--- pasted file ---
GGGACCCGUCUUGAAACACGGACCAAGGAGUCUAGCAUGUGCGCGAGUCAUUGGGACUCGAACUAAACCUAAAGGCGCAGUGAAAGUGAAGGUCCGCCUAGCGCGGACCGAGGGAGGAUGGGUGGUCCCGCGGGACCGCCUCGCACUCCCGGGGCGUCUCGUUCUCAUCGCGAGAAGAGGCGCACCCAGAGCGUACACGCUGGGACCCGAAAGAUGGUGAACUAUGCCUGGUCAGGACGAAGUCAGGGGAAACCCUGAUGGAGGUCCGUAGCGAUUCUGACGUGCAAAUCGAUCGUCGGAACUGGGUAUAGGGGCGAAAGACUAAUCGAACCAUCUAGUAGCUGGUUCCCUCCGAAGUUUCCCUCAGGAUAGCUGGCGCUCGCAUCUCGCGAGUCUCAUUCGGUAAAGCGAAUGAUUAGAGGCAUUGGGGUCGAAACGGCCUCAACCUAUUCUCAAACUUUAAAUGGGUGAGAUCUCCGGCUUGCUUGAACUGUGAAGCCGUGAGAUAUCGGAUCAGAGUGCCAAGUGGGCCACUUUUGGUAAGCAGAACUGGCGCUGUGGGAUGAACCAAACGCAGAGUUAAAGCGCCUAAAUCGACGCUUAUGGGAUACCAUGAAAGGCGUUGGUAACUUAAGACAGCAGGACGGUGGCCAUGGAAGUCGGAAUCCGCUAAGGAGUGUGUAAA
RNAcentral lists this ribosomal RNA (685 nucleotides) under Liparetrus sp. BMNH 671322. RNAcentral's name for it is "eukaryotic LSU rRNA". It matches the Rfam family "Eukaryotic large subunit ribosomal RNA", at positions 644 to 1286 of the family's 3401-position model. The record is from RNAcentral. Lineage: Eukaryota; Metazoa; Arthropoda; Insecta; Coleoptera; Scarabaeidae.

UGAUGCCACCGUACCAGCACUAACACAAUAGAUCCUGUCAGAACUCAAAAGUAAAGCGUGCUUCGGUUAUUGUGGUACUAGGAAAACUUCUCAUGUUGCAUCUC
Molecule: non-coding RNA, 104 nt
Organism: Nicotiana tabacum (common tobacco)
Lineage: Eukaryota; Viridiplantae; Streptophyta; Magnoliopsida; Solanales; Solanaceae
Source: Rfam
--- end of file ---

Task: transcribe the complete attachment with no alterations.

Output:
GGGACCCGUCUUGAAACACGGACCAAGGAGUCUAGCAUGUGCGCGAGUCAUUGGGACUCGAACUAAACCUAAAGGCGCAGUGAAAGUGAAGGUCCGCCUAGCGCGGACCGAGGGAGGAUGGGUGGUCCCGCGGGACCGCCUCGCACUCCCGGGGCGUCUCGUUCUCAUCGCGAGAAGAGGCGCACCCAGAGCGUACACGCUGGGACCCGAAAGAUGGUGAACUAUGCCUGGUCAGGACGAAGUCAGGGGAAACCCUGAUGGAGGUCCGUAGCGAUUCUGACGUGCAAAUCGAUCGUCGGAACUGGGUAUAGGGGCGAAAGACUAAUCGAACCAUCUAGUAGCUGGUUCCCUCCGAAGUUUCCCUCAGGAUAGCUGGCGCUCGCAUCUCGCGAGUCUCAUUCGGUAAAGCGAAUGAUUAGAGGCAUUGGGGUCGAAACGGCCUCAACCUAUUCUCAAACUUUAAAUGGGUGAGAUCUCCGGCUUGCUUGAACUGUGAAGCCGUGAGAUAUCGGAUCAGAGUGCCAAGUGGGCCACUUUUGGUAAGCAGAACUGGCGCUGUGGGAUGAACCAAACGCAGAGUUAAAGCGCCUAAAUCGACGCUUAUGGGAUACCAUGAAAGGCGUUGGUAACUUAAGACAGCAGGACGGUGGCCAUGGAAGUCGGAAUCCGCUAAGGAGUGUGUAAA
RNAcentral lists this ribosomal RNA (685 nucleotides) under Liparetrus sp. BMNH 671322. RNAcentral's name for it is "eukaryotic LSU rRNA". It matches the Rfam family "Eukaryotic large subunit ribosomal RNA", at positions 644 to 1286 of the family's 3401-position model. The record is from RNAcentral. Lineage: Eukaryota; Metazoa; Arthropoda; Insecta; Coleoptera; Scarabaeidae.

UGAUGCCACCGUACCAGCACUAACACAAUAGAUCCUGUCAGAACUCAAAAGUAAAGCGUGCUUCGGUUAUUGUGGUACUAGGAAAACUUCUCAUGUUGCAUCUC
Molecule: non-coding RNA, 104 nt
Organism: Nicotiana tabacum (common tobacco)
Lineage: Eukaryota; Viridiplantae; Streptophyta; Magnoliopsida; Solanales; Solanaceae
Source: Rfam